Thursday, July 7, 2011

Presentations and Using Technology: "Enchanting" Schools, Part Four

For those of you who have been keeping up with this series, thanks for hanging around.  If you are new to this series of posts about "enchanting" schools, you may want to check out the following:
If there were two most practical items in this series for schools to address, I believe they are the two discussed in this post - presentations and using technology.

As I have done throughout this series, here is an excerpt from Davis Deal's excellent summary of Enchantment that addresses presentations and using technology to enchant others to your cause.

Enchanters learn the art of presentation. Present your ideas clearly and with graphics. And customize your discussion. Wherever Guy talks, he customizes content by capturing images of the place he’s visiting and includes the local color in his presentation.
Guy relates the story of how he spoke with executives at LG in Latin America. In preparing for the talk, he realized something obvious: he owns an LG washer/dryer but never thought to share this important fact in his presentation. It was so important that Guy customize his talk that before he went onstage, he texted one of his sons back home in the States and got an image of his LG product captured for his talk.

He also stresses the importance of selling your dream. Steve Jobs sells his dream when he discusses the iPhone. He does not discuss how iPhones work.
Guy also believes in his (frequently cited) golden rule of presenting: use 10 slides; finish up in 20 minutes; and pick 30-point font. Another approach: take the age of oldest person in the audience and divide by 2.

Use technology

Using technology means removing speed bumps to experiencing your brand in the digital world. Want to encourage people to use your website? Don’t use impossible-to-read spam blockers.

Sungevity, a provider of solar panels for homes, removes speed bumps using digital technology. The company mocks up a schema of your home using Bing search in order to create an estimate of the cost of installing solar panels. Sungevity makes it easy for a consumer to understand how its panels work and the cost for doing so.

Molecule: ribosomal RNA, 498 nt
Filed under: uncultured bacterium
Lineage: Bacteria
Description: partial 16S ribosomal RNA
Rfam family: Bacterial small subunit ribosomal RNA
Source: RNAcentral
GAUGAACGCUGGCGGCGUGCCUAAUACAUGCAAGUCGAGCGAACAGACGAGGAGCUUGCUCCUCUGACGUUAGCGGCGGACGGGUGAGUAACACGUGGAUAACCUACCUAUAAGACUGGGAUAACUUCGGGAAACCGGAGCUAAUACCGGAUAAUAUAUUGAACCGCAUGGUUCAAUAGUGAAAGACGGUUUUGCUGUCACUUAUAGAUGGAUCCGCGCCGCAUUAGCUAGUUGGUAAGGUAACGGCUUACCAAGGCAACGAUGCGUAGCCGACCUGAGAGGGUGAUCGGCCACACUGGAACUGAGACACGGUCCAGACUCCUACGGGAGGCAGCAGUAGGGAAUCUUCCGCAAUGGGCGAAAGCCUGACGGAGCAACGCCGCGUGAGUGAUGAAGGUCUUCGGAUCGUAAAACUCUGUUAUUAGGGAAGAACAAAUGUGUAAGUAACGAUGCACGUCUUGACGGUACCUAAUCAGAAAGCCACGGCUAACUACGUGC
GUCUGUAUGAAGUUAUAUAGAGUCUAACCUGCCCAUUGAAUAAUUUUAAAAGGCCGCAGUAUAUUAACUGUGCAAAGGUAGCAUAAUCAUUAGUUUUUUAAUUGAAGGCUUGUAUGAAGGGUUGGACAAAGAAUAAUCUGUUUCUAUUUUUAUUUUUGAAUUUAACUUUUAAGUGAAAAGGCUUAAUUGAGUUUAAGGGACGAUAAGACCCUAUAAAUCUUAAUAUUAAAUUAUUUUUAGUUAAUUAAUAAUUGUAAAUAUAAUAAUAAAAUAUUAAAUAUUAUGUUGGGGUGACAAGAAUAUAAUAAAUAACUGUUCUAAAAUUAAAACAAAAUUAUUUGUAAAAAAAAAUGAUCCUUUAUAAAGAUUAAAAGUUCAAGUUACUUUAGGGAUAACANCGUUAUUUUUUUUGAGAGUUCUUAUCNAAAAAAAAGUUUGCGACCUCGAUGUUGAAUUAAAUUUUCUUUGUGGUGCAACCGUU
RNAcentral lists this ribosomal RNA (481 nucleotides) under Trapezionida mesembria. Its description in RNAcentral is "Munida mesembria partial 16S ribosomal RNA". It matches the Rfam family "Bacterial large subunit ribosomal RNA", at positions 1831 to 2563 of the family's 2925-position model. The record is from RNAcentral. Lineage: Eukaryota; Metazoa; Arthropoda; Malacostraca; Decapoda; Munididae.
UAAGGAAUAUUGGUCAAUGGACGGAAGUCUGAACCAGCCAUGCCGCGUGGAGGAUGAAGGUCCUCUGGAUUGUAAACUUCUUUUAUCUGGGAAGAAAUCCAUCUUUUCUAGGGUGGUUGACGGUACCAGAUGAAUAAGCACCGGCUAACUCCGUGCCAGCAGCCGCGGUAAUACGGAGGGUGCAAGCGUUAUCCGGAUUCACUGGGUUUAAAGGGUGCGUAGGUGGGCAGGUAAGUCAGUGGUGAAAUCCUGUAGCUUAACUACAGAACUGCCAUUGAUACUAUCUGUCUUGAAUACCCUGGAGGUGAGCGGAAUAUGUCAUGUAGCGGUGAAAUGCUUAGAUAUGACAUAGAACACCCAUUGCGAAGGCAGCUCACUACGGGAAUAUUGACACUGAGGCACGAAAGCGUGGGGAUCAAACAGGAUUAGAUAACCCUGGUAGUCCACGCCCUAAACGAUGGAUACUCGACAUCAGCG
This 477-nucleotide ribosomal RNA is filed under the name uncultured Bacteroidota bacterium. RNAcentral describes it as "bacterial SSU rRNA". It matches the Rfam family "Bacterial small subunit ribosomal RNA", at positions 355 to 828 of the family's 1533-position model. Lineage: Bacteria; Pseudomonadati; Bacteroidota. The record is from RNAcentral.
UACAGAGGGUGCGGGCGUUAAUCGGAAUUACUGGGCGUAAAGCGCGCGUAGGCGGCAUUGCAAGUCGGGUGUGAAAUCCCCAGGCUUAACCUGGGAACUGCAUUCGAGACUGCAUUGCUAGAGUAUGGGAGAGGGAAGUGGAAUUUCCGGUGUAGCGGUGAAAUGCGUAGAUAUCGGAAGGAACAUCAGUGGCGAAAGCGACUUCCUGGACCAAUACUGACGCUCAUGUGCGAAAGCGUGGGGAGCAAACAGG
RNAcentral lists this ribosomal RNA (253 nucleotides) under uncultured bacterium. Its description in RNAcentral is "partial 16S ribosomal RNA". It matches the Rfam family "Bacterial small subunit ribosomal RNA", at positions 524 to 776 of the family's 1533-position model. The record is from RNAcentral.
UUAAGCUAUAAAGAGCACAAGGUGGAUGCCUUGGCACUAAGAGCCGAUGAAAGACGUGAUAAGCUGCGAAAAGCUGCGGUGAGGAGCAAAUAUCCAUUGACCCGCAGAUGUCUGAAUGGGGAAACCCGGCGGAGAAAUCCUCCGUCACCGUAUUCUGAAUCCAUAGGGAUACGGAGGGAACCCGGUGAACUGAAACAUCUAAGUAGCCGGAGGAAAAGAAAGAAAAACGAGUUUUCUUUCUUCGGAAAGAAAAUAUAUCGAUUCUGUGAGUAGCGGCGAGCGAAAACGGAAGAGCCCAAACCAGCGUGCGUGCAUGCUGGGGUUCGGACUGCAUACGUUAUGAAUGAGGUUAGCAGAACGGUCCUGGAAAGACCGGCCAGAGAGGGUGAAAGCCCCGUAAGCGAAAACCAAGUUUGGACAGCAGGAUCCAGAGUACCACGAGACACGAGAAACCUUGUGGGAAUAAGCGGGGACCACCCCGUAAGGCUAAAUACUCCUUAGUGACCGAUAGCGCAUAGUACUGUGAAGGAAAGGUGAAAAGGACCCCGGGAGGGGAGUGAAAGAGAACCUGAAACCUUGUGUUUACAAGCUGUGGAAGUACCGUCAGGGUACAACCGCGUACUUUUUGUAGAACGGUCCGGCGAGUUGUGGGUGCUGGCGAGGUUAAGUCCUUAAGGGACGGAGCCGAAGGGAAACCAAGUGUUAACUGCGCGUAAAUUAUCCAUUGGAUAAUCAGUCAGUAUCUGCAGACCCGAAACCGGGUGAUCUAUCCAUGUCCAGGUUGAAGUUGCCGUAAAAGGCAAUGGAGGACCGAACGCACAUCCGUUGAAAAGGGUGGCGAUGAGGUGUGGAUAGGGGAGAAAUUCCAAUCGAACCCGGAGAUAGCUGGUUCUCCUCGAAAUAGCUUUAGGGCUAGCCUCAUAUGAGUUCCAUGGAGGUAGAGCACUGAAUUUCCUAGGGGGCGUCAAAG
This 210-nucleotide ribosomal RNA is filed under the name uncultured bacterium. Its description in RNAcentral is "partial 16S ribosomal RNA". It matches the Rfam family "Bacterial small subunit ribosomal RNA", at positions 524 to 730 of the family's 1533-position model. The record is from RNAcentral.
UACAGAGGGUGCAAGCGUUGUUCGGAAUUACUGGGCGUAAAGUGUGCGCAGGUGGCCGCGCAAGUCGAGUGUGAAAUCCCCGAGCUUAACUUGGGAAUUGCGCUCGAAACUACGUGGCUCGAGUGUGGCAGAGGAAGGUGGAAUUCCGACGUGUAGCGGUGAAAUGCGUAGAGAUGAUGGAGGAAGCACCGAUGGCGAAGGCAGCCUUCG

Using social media technology is key as well. And the key to employing social media is doing what works for you, period. Guy is quite open that he has 20 people contributing content to his Twitter account to broadcast information, although he responds to Tweets by himself. He focuses on using his account to share great content often (as often as 75 times a day). So he allows people on his team to use his account to post useful links under his name.

And respond quickly – not just to famous people but also to the nobodies of the world.

My response to these for schools is fairly straightforward.

Whenever possible, use the advice above in your presentations and in how to use technology.

I am sure that I am not alone in saying that not much is worse than sitting through one boring presentation afte another.  Think of the torture you are putting your students through!  Here's some advice - your lesson is a presentation, make it engaging, interesting, and worth doing again. 

Stop reading your slides!

Better still, have your students or you use slides to make videos as part of the lesson.

As for technology use outside of classroom instruction and production, if your school does not have a plan to use social media and the internet to attract and retain students, publicize events and news, or communicate information, you need to begin making such a plan now.  Also, if your school website is not viewable (or awkwardly viewable) by mobile devices, fix it.  An increasing number of parents and students are using these devices to get information, make it easy for them.

Ok, only one part left in this series.  In it I will discuss the concepts of "enchanting up" and "enchanting down."  Until then, if you have any suggestions about how to create an "enchantment" workshop for schools, please feel free to contact me.  I appreciate your feedback.
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